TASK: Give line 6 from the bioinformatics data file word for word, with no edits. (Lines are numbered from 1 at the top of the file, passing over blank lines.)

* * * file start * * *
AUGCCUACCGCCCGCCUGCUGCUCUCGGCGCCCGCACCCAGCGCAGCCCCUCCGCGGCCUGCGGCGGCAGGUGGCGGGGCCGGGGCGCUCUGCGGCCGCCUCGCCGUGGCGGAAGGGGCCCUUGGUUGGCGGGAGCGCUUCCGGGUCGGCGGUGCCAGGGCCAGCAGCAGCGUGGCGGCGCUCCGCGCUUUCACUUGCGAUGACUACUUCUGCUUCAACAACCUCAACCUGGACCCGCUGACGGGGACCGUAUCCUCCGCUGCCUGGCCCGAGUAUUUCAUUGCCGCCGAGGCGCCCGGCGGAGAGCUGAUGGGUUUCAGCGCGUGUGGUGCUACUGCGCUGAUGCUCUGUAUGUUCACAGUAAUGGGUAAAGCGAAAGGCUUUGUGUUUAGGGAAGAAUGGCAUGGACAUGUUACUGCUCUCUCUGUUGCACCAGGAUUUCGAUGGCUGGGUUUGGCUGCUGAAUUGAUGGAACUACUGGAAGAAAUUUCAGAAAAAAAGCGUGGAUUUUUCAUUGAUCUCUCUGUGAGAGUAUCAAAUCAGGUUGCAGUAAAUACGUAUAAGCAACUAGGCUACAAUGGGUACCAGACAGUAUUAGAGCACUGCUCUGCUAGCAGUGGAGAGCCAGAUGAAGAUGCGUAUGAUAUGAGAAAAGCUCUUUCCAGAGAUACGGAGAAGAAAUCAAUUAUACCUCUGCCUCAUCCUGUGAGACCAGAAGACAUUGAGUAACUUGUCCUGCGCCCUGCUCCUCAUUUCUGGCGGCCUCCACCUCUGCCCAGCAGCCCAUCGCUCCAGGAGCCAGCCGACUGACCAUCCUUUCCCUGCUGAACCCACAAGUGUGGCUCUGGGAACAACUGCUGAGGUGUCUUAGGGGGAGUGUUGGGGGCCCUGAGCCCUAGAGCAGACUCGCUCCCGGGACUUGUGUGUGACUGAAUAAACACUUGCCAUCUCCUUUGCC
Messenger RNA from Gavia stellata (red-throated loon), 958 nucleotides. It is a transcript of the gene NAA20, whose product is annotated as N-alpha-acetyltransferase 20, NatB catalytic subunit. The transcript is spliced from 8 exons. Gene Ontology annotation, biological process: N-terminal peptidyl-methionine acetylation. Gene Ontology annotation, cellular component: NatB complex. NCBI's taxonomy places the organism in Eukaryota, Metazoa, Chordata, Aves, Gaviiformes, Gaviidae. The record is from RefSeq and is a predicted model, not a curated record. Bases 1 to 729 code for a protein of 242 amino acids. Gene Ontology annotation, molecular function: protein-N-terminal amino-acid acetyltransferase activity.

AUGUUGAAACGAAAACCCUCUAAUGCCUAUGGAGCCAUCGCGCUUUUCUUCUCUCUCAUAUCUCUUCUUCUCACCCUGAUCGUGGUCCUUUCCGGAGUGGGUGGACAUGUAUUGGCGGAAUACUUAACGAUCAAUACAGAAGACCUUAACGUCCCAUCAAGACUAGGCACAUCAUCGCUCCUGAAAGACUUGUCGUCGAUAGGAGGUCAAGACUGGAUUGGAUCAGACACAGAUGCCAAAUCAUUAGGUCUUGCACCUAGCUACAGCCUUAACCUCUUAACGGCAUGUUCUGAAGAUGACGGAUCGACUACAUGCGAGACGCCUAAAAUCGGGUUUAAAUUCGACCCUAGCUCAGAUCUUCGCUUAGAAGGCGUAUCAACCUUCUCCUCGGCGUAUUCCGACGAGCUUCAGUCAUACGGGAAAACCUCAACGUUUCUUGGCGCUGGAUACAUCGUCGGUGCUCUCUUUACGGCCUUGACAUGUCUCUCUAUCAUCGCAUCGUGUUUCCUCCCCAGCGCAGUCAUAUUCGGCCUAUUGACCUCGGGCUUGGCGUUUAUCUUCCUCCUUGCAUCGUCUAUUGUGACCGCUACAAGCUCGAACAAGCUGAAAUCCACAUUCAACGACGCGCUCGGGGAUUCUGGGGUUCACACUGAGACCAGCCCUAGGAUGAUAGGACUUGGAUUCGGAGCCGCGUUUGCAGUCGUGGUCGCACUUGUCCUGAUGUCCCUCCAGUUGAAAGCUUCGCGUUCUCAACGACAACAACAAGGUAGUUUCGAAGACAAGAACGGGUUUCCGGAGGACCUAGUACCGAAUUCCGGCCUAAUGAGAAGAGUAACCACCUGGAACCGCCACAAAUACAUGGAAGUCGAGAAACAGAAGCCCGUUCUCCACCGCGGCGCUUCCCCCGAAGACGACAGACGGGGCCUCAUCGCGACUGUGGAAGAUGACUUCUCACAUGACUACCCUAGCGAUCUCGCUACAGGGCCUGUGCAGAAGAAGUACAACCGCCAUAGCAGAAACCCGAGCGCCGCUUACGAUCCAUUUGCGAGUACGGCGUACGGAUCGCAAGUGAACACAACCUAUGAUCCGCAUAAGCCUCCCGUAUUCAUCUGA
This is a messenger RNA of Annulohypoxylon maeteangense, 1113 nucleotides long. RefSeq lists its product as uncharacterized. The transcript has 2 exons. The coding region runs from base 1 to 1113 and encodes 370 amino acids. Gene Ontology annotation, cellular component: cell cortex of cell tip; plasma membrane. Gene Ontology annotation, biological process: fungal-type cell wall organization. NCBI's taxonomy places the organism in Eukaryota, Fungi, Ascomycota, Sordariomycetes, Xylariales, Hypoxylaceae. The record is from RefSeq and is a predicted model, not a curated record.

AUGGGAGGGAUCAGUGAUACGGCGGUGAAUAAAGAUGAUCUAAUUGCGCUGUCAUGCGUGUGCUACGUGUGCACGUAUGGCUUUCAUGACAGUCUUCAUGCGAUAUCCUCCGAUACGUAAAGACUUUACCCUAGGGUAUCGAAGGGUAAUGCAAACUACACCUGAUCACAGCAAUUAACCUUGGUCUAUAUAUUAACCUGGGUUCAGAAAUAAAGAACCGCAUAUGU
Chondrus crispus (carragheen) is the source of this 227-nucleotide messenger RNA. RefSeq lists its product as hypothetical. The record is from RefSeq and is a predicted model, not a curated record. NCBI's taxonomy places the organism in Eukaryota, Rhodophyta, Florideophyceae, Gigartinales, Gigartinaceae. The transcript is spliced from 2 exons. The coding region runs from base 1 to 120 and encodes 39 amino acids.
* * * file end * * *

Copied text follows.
Chondrus crispus (carragheen) is the source of this 227-nucleotide messenger RNA. RefSeq lists its product as hypothetical. The record is from RefSeq and is a predicted model, not a curated record. NCBI's taxonomy places the organism in Eukaryota, Rhodophyta, Florideophyceae, Gigartinales, Gigartinaceae. The transcript is spliced from 2 exons. The coding region runs from base 1 to 120 and encodes 39 amino acids.